Appreciated non-cash assets to consider for donation include:
- Publicly traded securities—stocks, ETFs, mutual funds, and bonds
- Equity compensation awards
- Privately held business interests
- Private equity fund interests
- Restricted stock and IPO stock
- Real estate—residential, commercial, and land
- Fine art and collectibles
Decide whether to give now, later, or both.
When creating or updating your year-end giving plan, many find it helpful to segment their charitable goals two ways: strategies for the current year and for the future. This includes extending your charitable legacy beyond your lifetime.
Giving now (Current Year before 12/31/23):
Giving now allows you to witness the impact of your philanthropy in real-time, providing a sense of fulfillment and strengthening your connection to those facing food insecurity in Larimer County. Additionally, you may be able to claim an immediate charitable deduction for your donation (if you itemize), potentially eliminate capital gains tax if a donation is an appreciated non-cash asset held more than one year, and give IRA assets tax-free through QCDs if you are at least age 70½. Click here to give now.
Giving later for the future:
Legacy giving, like designating a charity as a beneficiary of your life insurance policy or retirement accounts, or establishing a charitable gift annuity or charitable trust, allows you to retain control over assets during your lifetime while ensuring your charitable intentions are fulfilled upon your death.
Lucky for you, the Food Bank for Larimer County is in partnership with FreeWill to provide a free, self-help estate planning service. In just 20 minutes, you can leave a lasting impact; one that resonates far beyond your lifetime. Click here to learn more.
Prioritize your donations based on your largest taxable event(s) in 2023.
A taxable event is any action or transaction that may result in taxes owed to the government. Common examples of federal taxable events include receiving a payment of interest and dividends, selling stock shares for a profit, and exercising stock options. Some taxable events are commonplace in our lives, and others are rare or one-time occurrences. Receipt of a paycheck or making a withdrawal from (most types of) a retirement account are both taxable events, for example.
If you experienced a large taxable event in 2023, contributing a portion of your assets can be an effective way to reduce your taxable income, offset or potentially eliminate capital gains taxes, and maximize support of your favorite charities and causes. Some scenarios where giving may reduce unexpected tax liabilities are:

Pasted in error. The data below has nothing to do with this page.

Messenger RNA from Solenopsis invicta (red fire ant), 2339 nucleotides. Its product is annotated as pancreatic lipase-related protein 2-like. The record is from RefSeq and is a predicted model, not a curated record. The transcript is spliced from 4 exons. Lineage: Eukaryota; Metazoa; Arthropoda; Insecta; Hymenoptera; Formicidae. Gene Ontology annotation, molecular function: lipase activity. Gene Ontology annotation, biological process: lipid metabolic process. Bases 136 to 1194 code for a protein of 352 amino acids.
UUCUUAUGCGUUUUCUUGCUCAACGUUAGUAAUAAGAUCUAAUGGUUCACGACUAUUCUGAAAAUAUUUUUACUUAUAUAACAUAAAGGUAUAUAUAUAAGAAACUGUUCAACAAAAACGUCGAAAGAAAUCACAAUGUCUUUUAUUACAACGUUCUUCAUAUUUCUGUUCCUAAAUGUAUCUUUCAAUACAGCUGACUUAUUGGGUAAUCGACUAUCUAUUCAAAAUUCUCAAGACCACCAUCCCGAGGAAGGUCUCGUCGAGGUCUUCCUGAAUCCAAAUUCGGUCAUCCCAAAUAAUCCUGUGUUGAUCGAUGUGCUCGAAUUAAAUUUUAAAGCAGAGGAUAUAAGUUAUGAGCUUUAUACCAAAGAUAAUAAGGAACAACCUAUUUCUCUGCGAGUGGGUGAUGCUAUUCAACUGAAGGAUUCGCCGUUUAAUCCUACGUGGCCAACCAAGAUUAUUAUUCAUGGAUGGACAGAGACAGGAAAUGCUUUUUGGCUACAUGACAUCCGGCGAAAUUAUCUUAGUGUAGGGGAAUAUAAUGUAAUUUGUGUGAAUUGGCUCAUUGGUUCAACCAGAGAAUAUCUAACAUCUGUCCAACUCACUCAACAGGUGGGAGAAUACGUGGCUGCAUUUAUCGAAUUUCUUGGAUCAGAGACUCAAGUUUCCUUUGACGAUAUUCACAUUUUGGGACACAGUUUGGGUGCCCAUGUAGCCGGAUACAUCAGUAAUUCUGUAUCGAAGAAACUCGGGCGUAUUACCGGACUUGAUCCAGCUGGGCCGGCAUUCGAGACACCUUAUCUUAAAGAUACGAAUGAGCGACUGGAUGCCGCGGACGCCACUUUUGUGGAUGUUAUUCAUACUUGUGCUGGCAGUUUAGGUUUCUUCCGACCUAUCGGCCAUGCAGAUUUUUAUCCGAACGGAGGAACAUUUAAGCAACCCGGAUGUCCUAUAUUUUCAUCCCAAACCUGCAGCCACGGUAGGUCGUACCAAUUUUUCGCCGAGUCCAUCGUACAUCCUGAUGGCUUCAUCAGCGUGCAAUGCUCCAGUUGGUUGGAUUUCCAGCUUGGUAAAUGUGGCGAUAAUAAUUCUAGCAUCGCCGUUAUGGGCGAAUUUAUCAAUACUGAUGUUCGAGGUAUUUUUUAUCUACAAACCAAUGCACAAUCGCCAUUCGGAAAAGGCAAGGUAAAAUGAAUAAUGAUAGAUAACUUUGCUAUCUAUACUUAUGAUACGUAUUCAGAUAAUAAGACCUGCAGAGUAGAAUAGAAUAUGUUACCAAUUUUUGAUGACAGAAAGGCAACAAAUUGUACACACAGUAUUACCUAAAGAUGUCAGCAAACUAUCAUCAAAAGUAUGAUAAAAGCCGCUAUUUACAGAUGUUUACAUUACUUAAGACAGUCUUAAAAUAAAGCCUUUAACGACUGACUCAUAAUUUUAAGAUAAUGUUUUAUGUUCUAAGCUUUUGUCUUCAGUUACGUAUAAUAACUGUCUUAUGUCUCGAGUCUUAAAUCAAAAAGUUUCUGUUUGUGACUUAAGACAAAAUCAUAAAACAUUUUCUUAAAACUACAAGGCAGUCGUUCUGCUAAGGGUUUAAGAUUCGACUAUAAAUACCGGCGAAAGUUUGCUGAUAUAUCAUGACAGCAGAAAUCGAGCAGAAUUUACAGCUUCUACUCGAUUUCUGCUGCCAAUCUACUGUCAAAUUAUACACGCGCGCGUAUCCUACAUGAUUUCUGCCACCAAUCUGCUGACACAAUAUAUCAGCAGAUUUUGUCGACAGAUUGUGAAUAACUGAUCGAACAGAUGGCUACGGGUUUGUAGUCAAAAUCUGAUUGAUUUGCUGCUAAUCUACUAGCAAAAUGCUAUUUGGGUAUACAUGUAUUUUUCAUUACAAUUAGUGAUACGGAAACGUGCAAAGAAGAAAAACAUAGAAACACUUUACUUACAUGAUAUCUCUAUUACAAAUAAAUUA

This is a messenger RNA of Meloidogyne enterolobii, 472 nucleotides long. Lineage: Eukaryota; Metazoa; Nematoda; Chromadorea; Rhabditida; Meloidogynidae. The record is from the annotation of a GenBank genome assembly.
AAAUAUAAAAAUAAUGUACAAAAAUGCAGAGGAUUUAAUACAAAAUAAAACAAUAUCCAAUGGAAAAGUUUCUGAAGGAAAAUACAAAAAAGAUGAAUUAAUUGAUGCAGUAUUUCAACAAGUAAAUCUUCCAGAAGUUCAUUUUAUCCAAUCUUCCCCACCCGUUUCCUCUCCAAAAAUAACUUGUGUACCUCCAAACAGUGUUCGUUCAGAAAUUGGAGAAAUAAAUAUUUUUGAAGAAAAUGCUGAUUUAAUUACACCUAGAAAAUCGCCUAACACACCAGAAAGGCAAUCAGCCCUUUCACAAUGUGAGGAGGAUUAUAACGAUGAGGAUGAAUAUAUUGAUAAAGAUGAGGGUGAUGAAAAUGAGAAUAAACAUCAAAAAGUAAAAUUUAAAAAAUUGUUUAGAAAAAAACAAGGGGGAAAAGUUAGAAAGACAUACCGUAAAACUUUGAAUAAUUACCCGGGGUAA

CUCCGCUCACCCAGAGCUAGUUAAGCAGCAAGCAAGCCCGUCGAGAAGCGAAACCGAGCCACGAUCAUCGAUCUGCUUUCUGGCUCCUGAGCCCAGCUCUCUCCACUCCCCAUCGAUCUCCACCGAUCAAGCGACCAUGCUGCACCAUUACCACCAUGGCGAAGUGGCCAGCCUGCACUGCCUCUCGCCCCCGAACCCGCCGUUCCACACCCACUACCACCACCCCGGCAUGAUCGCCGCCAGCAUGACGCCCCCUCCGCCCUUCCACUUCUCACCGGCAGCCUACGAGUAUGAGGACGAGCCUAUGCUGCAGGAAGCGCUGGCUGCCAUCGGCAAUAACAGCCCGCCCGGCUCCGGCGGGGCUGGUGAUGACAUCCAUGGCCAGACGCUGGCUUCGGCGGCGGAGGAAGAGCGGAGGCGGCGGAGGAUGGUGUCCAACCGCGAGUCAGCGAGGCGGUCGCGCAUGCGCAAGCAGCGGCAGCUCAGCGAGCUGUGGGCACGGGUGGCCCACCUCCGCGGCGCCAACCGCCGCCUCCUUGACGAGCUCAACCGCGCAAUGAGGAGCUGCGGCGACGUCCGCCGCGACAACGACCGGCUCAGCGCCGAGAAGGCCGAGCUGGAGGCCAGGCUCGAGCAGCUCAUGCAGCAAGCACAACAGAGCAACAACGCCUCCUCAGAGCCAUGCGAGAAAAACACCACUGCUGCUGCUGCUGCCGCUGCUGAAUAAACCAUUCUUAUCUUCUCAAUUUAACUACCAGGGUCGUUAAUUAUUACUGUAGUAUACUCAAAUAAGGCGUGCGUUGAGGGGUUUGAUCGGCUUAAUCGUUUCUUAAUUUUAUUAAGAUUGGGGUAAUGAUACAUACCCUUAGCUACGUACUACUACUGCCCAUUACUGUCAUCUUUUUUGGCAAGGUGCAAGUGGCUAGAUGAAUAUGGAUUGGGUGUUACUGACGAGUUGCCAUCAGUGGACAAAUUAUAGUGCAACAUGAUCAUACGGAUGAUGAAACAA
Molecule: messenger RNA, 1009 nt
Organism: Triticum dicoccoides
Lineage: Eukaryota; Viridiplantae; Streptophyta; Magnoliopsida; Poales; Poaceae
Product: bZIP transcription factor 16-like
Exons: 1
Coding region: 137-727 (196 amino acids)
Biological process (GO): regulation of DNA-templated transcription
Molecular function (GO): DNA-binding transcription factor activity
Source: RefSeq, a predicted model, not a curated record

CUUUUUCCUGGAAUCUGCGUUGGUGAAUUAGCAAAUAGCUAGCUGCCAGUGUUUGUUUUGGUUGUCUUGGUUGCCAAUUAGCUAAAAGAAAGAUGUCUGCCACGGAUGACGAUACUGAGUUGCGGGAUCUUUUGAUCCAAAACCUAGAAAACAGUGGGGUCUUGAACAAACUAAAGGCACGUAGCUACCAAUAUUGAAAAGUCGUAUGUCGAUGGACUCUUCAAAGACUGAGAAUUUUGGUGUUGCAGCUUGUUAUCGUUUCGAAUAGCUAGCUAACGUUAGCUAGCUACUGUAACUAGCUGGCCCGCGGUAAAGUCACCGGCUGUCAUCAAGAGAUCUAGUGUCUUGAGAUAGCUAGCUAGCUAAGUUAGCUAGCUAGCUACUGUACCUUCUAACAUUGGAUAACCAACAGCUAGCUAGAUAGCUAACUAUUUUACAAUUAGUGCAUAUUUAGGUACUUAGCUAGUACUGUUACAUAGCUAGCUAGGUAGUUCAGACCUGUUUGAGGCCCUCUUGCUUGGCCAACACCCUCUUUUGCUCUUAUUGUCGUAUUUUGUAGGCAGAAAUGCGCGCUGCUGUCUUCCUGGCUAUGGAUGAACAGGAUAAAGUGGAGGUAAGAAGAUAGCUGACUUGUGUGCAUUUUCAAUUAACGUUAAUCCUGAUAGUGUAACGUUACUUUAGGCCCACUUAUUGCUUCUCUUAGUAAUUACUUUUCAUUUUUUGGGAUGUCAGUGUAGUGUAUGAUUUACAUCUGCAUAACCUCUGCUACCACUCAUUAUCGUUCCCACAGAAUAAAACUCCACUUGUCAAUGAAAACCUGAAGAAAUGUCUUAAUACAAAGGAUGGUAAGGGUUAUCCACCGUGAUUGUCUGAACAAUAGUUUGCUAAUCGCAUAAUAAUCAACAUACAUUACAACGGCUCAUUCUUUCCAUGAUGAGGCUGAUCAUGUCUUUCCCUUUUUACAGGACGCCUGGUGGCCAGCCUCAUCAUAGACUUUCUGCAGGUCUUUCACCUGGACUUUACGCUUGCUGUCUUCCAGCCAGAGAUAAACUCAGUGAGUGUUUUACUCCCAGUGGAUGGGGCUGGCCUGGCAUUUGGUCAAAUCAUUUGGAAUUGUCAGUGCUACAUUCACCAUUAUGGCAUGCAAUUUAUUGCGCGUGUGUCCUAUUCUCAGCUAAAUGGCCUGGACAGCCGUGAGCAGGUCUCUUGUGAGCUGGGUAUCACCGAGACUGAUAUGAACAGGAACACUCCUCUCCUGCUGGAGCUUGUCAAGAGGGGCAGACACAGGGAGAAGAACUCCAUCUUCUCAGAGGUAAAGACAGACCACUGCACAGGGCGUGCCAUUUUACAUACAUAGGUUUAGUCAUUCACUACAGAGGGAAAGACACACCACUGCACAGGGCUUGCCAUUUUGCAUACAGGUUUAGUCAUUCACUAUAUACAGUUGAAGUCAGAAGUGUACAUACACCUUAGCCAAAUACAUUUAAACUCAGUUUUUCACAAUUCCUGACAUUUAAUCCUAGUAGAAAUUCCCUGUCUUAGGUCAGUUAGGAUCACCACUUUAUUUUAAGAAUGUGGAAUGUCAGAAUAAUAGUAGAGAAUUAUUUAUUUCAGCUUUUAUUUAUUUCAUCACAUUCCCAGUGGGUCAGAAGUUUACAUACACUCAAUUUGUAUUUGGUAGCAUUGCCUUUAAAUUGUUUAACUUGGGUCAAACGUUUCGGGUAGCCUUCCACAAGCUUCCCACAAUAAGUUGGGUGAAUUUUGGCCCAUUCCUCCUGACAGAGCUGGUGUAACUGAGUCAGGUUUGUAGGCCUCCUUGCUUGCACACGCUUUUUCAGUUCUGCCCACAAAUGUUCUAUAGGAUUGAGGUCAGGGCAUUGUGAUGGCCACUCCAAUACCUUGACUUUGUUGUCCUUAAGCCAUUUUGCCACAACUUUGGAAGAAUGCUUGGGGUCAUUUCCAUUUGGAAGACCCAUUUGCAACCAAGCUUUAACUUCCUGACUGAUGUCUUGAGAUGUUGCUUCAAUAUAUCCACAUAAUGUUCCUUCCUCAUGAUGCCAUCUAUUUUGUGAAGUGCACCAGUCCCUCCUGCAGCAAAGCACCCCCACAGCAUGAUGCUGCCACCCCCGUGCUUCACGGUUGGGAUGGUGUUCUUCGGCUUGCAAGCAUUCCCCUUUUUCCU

- Unusual income year: Income and expenses are unusual when it is reasonable to expect that income or expenses that are similar in type and amount will arise in no more than three annual periods. Examples include bonus compensation and the sale of a home or business. In these scenarios, charitable giving can provide a valuable tax benefit. If you make tax-deductible donations to charities and itemize deductions, you may be able to reduce your taxable income or potentially offset the unexpected income taxes or capital gains taxes. This can be especially advantageous if you find yourself in a higher tax bracket due to increased earnings.
- Investment portfolio rebalancing: Rebalancing typically often involves selling appreciated assets that exceeded target allocations and buying depreciated assets that have become underrepresented in the portfolio. Selling appreciated assets will trigger capital gains income. To lessen tax liability, you can donate long-term appreciated assets to a charity instead of selling the assets. This strategy could allow you to eliminate the capital gains tax and claim a charitable deduction for the fair market value of the donated assets.
- Retirement account withdrawals:If you are over age 59½ and have tax-deferred retirement accounts, you can use charitable donations and deductions—if you itemize—to help offset your tax liability on the amount you withdraw. In addition, if you are over age 70½ and have a traditional IRA, you can use QCDs, mentioned above, to satisfy all or part of your IRA Required Minimum Distribution (RMD).
How to Give to the Food Bank for Larimer County
The Food Bank for Larimer County accepts both food and funds when it comes to donations. Donations of money can be set up as a one-time donation, a monthly donation, gifts of stock, or even legacy gifts (inclusion in a will or trust).
Donations of food can be given at all three FBLC locations. In addition to food for humans, we also accept pet food. Other welcomed donations include non-food items like diapers, baby wipes, deodorant, toothpaste, menstrual products, and other essentials that help our clients live healthy and rewarding lives.
^ The federal long-term capital gains tax rate is 0%, 15%, or 20%, depending on the donor’s income level. The rates do not consider any state or local taxes or the Medicare net investment income surtax.
§ Operating charities, or qualifying public charities, are defined by Internal Revenue Code section 170(b)(1)(A). Donor-advised funds, supporting organizations, and private foundations are not considered qualifying public charities.